A useful power-performance metric (Part IIa, the goal)

GOALS AND THE ULTIMATE QUESTION

What is our ultimate goal? What do we want to do with our life? Is life important or just a meaningless exercise in futility? These are very important questions but generally irrelevant to this discussion.

So what is our ultimate goal here in this series of articles? We want to come up with a useful measure of power-performance for an application, such as Joules per instructions for a given app. But as we will see, finding this answer is much less clear cut than it first appears.

Sometimes a useful artifice is to throw away reality and all its encumbrances. Eventually, we’ll have to return to earth. We’re boring engineers are we not?

I’m going to be getting into some stochastic integrals and other types of Lebesgue integration here, so be prepared. Just kidding. (Oh my gosh! I really do know the difference between Riemann and Lebesgue integration. I almost surely have way too much math in my background.) But we are going to get into some math as it’s a compact and convenient notation.

WHAT DO WE REALLY WANT?

This isn’t as obvious as it first appears. Do we want the performance per power (W)? Or performance per energy (J)? Do we focus on the power-performance of only a given application or of a suite of applications? Are we satisfied with the power-performance of the application as a whole or do we want to break it down further? Is our goal to be able to derive the power-performance or just measure it? We’ve got to spend at least a couple of years pondering this question before really being able to delve into its far reaching implications. Of course, we don’t have the time for this intellectual introspection, so we’ll just dive in and wing it.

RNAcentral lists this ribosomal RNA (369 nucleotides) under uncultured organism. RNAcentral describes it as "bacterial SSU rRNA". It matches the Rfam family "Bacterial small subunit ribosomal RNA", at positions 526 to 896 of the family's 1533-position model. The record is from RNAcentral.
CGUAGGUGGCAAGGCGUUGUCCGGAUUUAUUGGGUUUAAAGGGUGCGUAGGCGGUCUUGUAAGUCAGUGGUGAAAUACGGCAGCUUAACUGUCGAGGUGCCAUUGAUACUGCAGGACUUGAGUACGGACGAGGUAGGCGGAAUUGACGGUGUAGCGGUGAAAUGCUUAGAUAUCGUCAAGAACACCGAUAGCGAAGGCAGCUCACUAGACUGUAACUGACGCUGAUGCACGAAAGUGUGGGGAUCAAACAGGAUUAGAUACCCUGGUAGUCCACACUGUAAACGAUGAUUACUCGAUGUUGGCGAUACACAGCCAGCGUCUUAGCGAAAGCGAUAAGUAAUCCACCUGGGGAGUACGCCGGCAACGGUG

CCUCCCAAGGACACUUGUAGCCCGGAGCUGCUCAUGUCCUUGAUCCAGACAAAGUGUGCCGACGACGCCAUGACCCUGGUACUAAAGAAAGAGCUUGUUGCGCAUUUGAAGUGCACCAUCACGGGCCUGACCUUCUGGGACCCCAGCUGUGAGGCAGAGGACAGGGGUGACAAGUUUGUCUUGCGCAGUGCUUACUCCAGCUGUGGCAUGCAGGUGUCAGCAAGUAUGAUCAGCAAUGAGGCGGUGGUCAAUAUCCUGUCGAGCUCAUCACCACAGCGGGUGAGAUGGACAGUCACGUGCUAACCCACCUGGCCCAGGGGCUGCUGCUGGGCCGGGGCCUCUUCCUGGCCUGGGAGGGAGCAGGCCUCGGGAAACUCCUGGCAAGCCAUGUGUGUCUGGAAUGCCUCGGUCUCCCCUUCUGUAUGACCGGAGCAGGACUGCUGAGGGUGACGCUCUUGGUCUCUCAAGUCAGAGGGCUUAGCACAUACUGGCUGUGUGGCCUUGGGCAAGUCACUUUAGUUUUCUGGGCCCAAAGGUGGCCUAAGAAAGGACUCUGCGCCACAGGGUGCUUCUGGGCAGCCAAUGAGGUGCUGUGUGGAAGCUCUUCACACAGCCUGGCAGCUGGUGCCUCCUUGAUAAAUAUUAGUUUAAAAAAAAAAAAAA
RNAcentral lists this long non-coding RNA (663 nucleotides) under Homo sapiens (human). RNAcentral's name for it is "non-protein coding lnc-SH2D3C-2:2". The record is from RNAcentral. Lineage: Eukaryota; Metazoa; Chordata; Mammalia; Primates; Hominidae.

Let’s address the first issue: What do we want to measure the power-performance of? Well, it’s for an application, isn’t it? Yes but this isn’t specific enough. Do we want to find it for a suite of apps? For all possible apps? For apps running in a given language, say in Javascript on a browser? I can go on and on, but I’d just confuse myself further.

To get a handle on this, let’s consider my ultimate goal. (There’s that pesky “goal” word again.) Being a selfish soul, I’m interested in applications, specifically Windows applications. So, what is the power-performance of a given application. Compared to other applications. On Intel hardware. Compared to other unnamed competitors and their hardware? Though I would like to show how Intel hardware is superior in power-performance, I’m intellectually honest here – neglecting my own natural ignorance, of course. I want a fair and useful comparison.

So here are my constraints. (If any of you want to propose different constraints, please do. I’m not god (note the little “g”) nor even the least bit omniscient.)

Constraint 1: Be able to compare the power-performance of one general application against another general application

Constraint 2: Be able to compare the total power-performance of an application, meaning we have application granularity

Constraint 3: Be able to compare the power-performance across two different pieces of HW

Constraint 4: The HW is limited to the processor

Constraint 5: We’re considering only the entire processor (meaning we’re not going down to individual cores or other processor components)

NEXT TIME: THE METRIC

PS If you have any references on this or any other relevant topic (excepting Lebesgue integration), let me know. I average reading about 2 to 3 papers a week, but that’s way too little for this topic.
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